241 Things

1000 Things is a subjective encyclopedia of inspirational ideas, things, people, and events.

Read the most recent articles, or mail the editorial team to contribute.

Studium Generale 1000things lectures, The Hague

241 Things

I am not afraid of spiders. In fact these, these creatures particularly remind me of my childhood and make me feel nostalgic rather than disgusted.

Spiders appear as the royal king in the kingdom of insects. They are the most mysterious and the most beautiful. We all admire their extraordinary ability to create webs: structures that could be seen as something in between tree houses and vicious traps. Our perhaps we admire them because human technology is still unable to deliver a structure equally simple and light yet powerful.

They are familiar to us both as dangerous enemies and as prey. We admire these insects because we are truly afraid of them, and it is not wise to disrespect an ominous enemy. Especially when that potentially deadly and dangerous creature can be so much smaller than us, since we tend to relate power to the size.

Maybe what is the most fascinating about these animals is that even they seem to be the closest to more developed and closer to human species like for example dogs and cats, they remain mute.

What might be the most fascinating thing about these animals is that although they resemble cats and dogs in their domestic proximity to humans, they remain mute. They accompany us in our kitchens, bathrooms, and attics; yet they emit no sounds of approval. The other animals that we have deemed intelligent and live so close to us communicate their joy or discontent, but not spiders. Are they simply aloof? Like us maybe? Or maybe they do not think at all?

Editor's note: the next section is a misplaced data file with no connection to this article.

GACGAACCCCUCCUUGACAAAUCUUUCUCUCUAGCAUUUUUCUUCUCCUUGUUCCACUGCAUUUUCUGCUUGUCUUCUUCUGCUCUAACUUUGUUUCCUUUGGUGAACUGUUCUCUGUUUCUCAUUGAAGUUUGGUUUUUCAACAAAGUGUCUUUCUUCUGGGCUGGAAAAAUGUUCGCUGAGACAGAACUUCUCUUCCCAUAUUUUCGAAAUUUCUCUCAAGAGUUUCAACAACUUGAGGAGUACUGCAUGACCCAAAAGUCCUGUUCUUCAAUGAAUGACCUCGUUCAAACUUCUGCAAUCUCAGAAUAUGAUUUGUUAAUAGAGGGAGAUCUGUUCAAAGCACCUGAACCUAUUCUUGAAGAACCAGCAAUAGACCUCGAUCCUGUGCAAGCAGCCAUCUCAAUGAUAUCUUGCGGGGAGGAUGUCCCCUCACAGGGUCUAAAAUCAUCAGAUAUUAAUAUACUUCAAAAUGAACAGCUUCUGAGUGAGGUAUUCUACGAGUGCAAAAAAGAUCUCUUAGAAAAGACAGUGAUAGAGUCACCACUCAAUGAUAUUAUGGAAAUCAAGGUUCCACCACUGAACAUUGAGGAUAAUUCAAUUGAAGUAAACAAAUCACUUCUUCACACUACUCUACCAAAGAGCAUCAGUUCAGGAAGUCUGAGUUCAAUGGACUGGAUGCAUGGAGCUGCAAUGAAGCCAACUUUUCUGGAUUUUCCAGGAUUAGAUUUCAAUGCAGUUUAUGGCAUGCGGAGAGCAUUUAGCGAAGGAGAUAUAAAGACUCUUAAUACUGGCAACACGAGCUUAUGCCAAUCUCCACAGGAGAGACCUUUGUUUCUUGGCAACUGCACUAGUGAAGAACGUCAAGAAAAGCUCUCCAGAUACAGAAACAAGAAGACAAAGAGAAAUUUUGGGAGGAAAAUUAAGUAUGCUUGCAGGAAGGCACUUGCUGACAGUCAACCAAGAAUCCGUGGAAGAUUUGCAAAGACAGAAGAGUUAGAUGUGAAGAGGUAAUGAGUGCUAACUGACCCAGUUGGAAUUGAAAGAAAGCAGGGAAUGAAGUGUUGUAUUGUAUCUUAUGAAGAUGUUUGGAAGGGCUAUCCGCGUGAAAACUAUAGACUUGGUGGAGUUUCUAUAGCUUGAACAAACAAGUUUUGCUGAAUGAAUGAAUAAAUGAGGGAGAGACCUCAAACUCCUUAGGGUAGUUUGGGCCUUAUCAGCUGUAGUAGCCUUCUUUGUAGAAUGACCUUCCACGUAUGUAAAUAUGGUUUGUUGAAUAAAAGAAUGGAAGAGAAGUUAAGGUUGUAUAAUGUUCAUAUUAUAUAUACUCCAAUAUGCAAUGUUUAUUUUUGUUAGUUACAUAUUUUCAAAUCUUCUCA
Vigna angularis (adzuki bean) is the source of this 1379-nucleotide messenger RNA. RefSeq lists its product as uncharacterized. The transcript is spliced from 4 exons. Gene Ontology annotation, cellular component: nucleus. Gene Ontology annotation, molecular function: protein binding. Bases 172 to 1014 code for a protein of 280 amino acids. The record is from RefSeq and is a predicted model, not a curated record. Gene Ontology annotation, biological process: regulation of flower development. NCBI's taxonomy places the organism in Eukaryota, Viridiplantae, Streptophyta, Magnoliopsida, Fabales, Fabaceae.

Spiders not only inhabit the area located someway between intelligent animals and the grey mass of insects and lower forms of life like bacteria: dangerous but robbed of any personal traits (When we think about any other bug, we usually think about THEM, in plural, when a spider appears, it is a lonely hunter most often and this gives him more individual traits.) but also the area between what is disgusting and fascinating. What disgusts about them is their set of eyes that lack the characteristics of a personal gaze. Their hairy legs also somehow do not make them fluffy and cuddly, instead they express something more primal, a scary force of brutal nature.

Louise Bourgeouise's sculptures of giant spiders can be regarded as a homage to these little monsters. Reimagined by the artist they seem to posses all of their core traits of "character" but made more visible, more tangible. They drift above our heads, like they do in ordinary life, on their strong, scary legs. Suddenly they can encircle us, and create a shadow over us, but is it really something unusal when they live all around us in the pipes of the houses we inhabit, under-the-carpet areas that nobody has ever time and enough energy to clean or in the corner under the ceiling where the human eye, tired of the every day routine, cannot, or at least does not want to, notice them?

Bourgeois compared the spider to her mother's omnipresent way of being. My memories of them somehow send me to my grandmother because of many reasons.

First of all, she owned a beautiful necklace in the shape of a spider made of artificial emeralds. This piece of jewelry interested me a lot when I was a child, made me think up different stories of its provenance or to imagine to whom it might have had belonged before, even though it was only made of plastic.

I can also remember her room in my family home that was truly full of spider webs and spiders. She never allowed my sister and I to kill them because that brings bad luck. Instead we were taught to catch them, to let them crawl onto an old newspaper, which she kept so many of in her own quarters, and then gently place them outside the window so they could live in the garden.

The Japanese writer Yukio Mishima once wrote that he was scared of crabs. He said he could even faint just by looking at the Japanese character for crab: ‘蟹’ . The character’s form reminded him of the horrible appearance of crabs, so he could only read it in the Kana version: ‘カニ’. However, Mr. Mishima did enjoy having crab served as a delicious dish. It reminded me that I had almost exactly the same phobia, however, mine was for fish!